26 February 2010

I get letters

Lots of them -- press releases, requests for links, guest posts, spam, and the like.  It seems like 99% of them are mass-mailed without regard for the content or themes encountered on my blog.  (No, I don't want to host a dialogue on womens' gynecologic health -- nothing against it, but it's not really my gig, ya know?)  But every once in a while I get one that catches my attention, though not always in a good way, or at least not always in the way the author might have hoped.  For example, I got this from The "Trent & Company Marketing Communications" which I assume to be some PR agency:

Recently, congress introduced the “Dietary Supplement Safety Act of 2-10,” which, if passed, will drive up the cost of dietary supplements and restrict access to them. The bill will place added costs through tax dollars on relatively low-priced, scientifically proven, dietary nutritional supplements ... In a time when Americans are seeking more alternative, preventative healthcare solutions instead of relying on expensive drugs, this bill not only threatens businesses that manufacture supplement products but the American consumer who is now seeking ways to improve  health before they spending money on doctors visits and prescriptions. Organizations such as the Life Extension Foundation manufacture highly effective nutritional supplements under strict pharmaceutical grade, FDA standards and are marketed under some of the most stringent restrictions placed on any products sold anywhere in the world.

At first I was confused as to whether this was supposed to be something the author wanted me to support or oppose.  My gut instinct is that anything which "restricts access" (code for "regulates") supplements is a good thing and to be supported, but the tone of the letter implied opposition.

So, with a sigh, I plowed ahead and read the whole damn thing.

Yeah, this turned out to be a missive from a pro-supplement lobbyist trying to gin up opposition to a bill which would indeed improve the shoddy-to-nonexistent regulation of the "Dietary Supplement" industry.  The bill was, to his credit, introduced by one John McCain.  And it would be a very good thing if it were to pass.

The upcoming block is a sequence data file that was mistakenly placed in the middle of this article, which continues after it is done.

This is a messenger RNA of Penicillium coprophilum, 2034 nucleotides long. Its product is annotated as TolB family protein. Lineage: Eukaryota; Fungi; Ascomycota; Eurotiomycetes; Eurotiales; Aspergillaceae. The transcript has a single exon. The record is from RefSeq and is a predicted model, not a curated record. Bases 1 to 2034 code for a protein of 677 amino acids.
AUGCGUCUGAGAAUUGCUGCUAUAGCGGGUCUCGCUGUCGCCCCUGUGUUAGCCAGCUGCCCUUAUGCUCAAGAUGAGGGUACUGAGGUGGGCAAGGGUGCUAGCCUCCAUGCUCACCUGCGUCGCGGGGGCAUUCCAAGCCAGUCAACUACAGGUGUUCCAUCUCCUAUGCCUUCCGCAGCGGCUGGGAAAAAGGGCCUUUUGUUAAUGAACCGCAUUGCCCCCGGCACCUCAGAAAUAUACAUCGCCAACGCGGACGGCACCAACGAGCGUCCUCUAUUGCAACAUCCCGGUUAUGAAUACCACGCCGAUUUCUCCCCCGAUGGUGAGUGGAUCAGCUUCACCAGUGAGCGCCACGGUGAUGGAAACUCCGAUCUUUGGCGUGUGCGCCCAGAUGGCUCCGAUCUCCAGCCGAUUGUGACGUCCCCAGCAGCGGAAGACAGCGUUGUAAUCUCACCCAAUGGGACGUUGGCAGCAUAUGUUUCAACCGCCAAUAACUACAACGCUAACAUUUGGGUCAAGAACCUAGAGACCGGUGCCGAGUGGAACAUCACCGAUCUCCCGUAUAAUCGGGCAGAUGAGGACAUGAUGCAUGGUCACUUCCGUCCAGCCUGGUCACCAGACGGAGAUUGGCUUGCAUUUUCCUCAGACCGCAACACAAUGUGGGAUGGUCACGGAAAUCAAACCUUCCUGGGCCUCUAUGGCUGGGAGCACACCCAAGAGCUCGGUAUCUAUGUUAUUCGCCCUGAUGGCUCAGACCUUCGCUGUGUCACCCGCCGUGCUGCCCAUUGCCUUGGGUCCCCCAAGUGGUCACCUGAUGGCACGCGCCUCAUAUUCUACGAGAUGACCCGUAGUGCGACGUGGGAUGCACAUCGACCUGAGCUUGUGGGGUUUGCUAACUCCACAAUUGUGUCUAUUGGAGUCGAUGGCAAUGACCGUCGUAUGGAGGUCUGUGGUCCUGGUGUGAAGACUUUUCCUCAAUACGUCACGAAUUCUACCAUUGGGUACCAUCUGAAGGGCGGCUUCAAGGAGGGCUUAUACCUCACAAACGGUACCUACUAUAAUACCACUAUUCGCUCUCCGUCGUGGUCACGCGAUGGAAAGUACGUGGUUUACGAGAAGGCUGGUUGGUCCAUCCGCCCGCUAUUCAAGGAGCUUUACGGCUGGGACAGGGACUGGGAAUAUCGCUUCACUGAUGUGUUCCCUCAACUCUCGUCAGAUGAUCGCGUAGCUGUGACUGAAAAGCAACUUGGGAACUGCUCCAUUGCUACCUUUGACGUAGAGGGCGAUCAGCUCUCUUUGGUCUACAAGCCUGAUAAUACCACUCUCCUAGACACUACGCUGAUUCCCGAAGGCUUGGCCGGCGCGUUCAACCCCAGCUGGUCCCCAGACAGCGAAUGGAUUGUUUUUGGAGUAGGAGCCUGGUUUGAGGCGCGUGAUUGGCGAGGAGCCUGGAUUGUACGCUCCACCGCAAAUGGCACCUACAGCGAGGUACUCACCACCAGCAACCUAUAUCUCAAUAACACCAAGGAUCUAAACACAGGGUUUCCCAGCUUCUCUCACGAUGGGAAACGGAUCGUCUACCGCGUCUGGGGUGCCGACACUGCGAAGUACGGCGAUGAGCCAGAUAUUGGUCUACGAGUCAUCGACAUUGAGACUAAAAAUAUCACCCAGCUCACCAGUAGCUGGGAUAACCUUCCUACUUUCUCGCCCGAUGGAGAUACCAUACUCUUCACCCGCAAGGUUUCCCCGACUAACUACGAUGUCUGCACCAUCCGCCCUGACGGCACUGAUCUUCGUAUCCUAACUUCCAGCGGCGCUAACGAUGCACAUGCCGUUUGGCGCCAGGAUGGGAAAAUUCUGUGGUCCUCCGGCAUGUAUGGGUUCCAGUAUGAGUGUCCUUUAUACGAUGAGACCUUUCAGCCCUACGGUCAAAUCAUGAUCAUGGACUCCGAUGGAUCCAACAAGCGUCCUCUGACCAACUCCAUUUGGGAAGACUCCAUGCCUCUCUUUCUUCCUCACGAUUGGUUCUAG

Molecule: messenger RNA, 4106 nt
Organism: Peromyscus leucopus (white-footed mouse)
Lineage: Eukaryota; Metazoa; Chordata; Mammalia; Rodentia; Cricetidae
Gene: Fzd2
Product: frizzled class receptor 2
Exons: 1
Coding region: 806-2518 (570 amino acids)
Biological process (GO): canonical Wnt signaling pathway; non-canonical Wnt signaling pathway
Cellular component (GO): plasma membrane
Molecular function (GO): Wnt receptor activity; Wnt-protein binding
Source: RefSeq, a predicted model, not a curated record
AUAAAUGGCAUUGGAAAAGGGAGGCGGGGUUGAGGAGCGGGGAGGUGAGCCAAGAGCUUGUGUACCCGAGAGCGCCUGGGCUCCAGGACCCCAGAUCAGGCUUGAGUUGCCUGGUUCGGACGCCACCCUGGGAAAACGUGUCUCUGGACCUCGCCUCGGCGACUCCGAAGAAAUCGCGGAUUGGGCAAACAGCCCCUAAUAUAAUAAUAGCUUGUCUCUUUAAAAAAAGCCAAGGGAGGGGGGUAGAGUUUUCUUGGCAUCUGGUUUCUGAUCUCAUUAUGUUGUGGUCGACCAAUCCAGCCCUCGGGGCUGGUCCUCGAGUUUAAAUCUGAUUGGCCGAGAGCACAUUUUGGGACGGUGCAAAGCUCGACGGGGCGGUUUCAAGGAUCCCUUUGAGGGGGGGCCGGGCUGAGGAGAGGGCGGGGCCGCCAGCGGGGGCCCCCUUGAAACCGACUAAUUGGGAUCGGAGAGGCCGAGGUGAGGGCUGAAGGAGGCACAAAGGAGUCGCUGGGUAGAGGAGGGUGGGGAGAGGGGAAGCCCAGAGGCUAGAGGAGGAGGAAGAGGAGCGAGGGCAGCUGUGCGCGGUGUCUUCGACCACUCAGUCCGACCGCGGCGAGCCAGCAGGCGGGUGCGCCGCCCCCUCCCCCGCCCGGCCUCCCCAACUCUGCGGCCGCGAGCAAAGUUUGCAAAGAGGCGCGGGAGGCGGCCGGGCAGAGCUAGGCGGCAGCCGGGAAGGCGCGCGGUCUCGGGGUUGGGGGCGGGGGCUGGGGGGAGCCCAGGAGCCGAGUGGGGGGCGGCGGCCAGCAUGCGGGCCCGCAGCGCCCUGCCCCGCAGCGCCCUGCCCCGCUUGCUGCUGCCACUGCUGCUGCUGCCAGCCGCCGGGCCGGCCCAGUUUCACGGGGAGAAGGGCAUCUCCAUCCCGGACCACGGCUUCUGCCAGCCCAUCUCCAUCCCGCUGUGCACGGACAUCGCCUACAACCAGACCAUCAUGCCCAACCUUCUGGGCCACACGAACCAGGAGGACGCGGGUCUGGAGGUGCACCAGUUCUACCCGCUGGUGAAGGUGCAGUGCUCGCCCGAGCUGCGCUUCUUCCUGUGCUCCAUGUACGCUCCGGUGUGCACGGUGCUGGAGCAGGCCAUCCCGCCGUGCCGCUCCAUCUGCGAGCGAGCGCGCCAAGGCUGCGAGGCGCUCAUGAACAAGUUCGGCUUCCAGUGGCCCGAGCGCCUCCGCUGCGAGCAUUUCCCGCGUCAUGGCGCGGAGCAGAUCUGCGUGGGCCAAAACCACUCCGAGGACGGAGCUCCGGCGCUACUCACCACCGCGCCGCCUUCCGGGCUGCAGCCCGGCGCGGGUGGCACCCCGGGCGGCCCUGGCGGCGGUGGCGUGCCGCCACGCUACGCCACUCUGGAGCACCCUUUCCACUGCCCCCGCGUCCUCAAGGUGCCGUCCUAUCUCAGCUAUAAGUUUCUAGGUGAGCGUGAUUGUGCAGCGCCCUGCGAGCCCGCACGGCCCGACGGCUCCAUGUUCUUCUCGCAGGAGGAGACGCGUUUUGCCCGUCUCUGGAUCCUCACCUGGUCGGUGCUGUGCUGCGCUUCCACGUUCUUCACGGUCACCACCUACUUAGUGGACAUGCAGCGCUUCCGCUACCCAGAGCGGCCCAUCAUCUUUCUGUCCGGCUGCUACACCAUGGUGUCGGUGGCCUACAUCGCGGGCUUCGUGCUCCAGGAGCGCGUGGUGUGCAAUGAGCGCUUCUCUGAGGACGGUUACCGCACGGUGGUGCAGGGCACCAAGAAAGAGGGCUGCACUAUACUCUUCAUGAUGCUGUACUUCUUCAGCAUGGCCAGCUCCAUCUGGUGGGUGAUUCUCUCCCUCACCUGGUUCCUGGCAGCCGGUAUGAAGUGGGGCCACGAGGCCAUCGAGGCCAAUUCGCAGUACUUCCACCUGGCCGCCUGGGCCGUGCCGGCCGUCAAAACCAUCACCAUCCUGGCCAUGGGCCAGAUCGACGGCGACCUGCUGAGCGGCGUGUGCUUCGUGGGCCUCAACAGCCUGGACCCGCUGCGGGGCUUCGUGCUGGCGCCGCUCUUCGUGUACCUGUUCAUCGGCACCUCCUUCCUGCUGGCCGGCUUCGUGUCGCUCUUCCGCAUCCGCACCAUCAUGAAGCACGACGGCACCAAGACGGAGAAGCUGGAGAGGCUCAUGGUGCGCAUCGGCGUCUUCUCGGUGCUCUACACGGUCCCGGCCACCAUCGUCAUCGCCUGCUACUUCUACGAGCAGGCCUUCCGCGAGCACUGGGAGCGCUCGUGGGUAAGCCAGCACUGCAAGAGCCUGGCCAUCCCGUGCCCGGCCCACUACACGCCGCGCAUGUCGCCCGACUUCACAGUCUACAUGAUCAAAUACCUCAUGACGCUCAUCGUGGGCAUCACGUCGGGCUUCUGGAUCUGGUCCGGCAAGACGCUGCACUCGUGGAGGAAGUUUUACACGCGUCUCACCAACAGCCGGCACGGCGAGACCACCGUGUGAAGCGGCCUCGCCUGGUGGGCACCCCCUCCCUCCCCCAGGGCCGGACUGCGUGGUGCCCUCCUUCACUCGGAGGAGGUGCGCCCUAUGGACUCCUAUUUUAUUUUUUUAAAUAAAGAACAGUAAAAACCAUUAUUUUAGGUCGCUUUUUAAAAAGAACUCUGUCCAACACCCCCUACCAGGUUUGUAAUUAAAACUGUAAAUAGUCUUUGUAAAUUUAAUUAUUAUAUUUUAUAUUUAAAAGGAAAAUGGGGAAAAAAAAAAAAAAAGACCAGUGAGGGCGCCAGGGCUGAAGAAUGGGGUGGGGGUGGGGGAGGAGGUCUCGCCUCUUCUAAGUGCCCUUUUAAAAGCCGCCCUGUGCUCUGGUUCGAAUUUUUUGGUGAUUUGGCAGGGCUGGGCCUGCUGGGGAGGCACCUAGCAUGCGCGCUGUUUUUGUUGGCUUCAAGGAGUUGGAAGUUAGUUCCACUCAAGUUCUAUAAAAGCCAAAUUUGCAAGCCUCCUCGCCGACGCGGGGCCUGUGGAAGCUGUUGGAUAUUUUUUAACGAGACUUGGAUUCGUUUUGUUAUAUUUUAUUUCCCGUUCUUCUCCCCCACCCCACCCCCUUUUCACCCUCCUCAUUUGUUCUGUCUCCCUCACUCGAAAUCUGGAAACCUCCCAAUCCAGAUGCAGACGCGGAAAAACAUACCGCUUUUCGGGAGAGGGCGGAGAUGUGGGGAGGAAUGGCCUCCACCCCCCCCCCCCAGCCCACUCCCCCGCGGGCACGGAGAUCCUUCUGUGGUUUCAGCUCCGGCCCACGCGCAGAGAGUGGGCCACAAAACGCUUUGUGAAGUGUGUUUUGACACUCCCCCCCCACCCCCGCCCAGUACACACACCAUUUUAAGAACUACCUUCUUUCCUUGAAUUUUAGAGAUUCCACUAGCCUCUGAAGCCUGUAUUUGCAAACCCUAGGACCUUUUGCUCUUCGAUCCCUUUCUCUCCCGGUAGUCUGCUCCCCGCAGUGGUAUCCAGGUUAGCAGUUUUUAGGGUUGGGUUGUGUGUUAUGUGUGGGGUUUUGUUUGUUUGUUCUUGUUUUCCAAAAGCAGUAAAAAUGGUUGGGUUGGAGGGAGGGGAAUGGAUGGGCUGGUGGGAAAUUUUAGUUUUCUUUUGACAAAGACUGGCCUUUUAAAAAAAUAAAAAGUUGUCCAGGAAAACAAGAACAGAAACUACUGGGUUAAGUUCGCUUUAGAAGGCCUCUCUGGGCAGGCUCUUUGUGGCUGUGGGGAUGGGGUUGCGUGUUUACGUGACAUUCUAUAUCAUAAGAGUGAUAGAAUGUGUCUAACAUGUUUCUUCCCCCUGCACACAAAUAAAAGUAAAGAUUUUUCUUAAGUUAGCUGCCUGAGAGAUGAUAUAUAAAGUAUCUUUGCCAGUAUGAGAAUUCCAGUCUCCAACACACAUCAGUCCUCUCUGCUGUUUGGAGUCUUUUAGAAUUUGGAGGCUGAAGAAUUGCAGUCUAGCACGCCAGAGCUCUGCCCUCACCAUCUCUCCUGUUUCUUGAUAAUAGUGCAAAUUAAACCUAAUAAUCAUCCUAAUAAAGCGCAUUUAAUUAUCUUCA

I was going to expand with a detailed exposition on the minimal regulation of the supplements industry, 90% of which are placebo and some of which are potentially dangerous, and how this bill would change that, but it turns out another highly prolific, well-known semi-pseudonymous blogger got there first.  I don't think I can improve on what he wrote, so I'll just give you the link and let you read it yourself.  Key graf:
The bill has a number of good features. One part that I like is that the DSSA mandates that all adverse events be reported to the FDA, including non-serious ones ... it also includes expanded power for the FDA to issue cease distribution and notification order requiring that the manufacturer cease sales and marketing of the supplement in question. It also provides a mechanism for a hearing within ten days for the manufacturer to defend itself against the charges. After the hearing, the FDA may then issue a formal recall if it finds adequate evidence that the supplement is unsafe. While it is true that the DSHEA does currently allow the FDA to ban supplements, it does not, as I understand it, give the FDA the power to issue a rapid order to cease distribution or to mandate a recall this quickly, nor does it require supplement manufacturers to register with the FDA. All in all, it is a welcome modification of a very bad law. Although it does not go far enough, it is a bill that supporters of science-based medicine should support.
That was pretty much my reaction, too.  Let your congressperson know.



1 comment:

Anonymous said...

Hmmm, I get all that, but it also doesn't excuse the fact that the FDA tried in 1980's to ban fish oil and CoQ-10 because of their "danger." I fear the unread publics blind faith in these supplements, but I also fear lobbyists for the pharmaceutical companies and their effects on the FDA.